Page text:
While this author favoured the “full config” mode for a long while, due to the often extreme simplicity of creating one more test, he has changed his mind! The primary driver for this mind-changing was test execution speed: Since the full service config will typically have to do classpath scanning to find everything, and the Spring context will be fully set up, even though he beans weren’t populated/initialized, the setup process becomes pretty weighty.

However, when beginning to use the “cobble together” mode, a second benefit manifests: It turns out that this not only goes faster, sometimes way faster, but also is more concise and explicit: One becomes acutely aware of the intra-service dependencies, i.e. dependencies between pieces of the service’s code. For example, if you were only supposed to test a small little piece of the code, but end up having to pull in 90% of the service and mock out nearly all the service’s dependencies, then your code is probably not structured very cleanly. Such facts are totally hidden for you when using the “full config” mode, as any piece of the service’s code is just an @Autowire/@Inject away, and whatever those pieces transitively needs as dependencies will just magically also be pulled up. The only clue to such transitive networks of intra-service dependencies is that the test takes longer time than you’d expect, and possibly that you get a ton more logging than expected, from all the dependencies starting up (assuming that you are a coder that logs!).

Coding “Cobble together” Spring tests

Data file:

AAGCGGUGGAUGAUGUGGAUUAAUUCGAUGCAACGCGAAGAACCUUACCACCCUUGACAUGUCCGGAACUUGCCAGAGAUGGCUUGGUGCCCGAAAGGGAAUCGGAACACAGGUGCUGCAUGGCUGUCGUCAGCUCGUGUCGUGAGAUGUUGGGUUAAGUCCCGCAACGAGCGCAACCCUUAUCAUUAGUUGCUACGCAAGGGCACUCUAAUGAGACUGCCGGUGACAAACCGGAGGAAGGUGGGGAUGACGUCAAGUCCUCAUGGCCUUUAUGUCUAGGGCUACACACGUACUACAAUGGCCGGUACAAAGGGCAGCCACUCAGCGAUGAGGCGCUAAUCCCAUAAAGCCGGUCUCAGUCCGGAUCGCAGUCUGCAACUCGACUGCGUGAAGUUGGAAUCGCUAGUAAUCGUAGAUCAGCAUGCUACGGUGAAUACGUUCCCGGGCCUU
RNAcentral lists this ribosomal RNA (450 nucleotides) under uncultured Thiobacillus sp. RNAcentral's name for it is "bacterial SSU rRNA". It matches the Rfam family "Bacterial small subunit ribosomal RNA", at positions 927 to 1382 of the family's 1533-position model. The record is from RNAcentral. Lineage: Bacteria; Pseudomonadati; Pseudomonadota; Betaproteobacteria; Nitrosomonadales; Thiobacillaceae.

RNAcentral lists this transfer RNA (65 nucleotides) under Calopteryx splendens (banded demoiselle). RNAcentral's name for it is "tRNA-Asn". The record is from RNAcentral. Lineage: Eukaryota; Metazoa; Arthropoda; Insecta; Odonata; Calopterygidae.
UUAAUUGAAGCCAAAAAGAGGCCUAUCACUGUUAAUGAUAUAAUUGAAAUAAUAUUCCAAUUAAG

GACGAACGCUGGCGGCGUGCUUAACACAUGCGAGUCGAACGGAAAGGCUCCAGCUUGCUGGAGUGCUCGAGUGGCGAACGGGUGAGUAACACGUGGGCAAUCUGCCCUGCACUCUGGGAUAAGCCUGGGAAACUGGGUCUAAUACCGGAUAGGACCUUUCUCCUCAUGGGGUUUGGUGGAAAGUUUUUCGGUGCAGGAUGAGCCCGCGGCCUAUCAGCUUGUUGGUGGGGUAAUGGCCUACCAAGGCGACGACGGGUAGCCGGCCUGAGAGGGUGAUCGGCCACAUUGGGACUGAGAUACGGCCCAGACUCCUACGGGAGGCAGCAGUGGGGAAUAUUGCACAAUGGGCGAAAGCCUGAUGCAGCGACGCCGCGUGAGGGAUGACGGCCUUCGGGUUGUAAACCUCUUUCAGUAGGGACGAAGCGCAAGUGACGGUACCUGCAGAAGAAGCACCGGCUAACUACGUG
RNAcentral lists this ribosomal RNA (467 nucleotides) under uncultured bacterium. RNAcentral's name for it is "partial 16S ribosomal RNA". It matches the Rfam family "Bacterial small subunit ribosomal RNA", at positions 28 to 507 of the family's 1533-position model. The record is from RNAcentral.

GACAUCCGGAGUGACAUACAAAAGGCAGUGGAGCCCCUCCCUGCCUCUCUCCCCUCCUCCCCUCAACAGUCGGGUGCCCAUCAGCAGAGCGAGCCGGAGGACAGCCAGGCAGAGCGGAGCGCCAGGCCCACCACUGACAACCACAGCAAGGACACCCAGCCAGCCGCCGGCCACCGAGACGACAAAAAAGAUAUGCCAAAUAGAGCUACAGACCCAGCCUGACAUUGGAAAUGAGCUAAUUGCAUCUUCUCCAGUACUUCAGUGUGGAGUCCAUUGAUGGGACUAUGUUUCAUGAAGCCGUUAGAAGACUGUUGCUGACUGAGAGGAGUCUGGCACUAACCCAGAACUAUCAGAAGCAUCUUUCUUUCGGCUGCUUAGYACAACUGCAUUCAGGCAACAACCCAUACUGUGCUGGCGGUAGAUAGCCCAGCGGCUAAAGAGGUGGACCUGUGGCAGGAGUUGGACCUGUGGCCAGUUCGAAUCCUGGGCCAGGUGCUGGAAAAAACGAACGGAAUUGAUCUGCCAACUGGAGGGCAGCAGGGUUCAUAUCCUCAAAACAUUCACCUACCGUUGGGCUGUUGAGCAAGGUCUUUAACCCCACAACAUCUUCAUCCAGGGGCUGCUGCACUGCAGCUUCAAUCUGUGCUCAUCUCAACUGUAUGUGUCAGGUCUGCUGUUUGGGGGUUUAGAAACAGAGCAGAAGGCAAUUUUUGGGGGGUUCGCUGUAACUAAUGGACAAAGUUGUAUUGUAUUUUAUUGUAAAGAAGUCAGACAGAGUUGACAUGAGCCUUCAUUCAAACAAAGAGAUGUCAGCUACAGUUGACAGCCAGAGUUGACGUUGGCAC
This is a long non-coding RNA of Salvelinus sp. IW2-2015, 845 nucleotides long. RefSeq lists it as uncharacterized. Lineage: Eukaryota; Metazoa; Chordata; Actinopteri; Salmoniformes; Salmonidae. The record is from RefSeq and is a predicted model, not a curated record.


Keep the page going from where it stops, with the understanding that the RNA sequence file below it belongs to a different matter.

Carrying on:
Standard unit testing: Point specfically to services and endpoints that you want to bring up, mock out the rest, like other services, dependent services and db.

You may of course start from clean Java and yourself cook up the Spring ApplicationContext from scratch - but Spring has unit test-specific annotations for helping out with this.

In the same vein, you may yourself manage everything of Mats yourself for each test - it is like 3 lines of Java code to get a working JmsMatsFactory from scratch - but Mats has a few tools and Spring-testing oriented annotations to simplify setting up such tests contexts, with a tad richer test environment than those 3 lines provide.

Coding “Full config” Spring tests

Point to the application’s full @Configuration file. This is probably the one that also has any @ComponentScan annotation on it, and is also probably full of @Bean-annotated methods.

Remember to @Autowire dependencies which have @MatsMappings and @MatsClassMappings, as otherwise they won’t be “booted”, since the entire Spring context is in lazy init mode.

MockBean / Remock

Replace some beans with mocks.

Test granularity, and test infrastructure lifecycle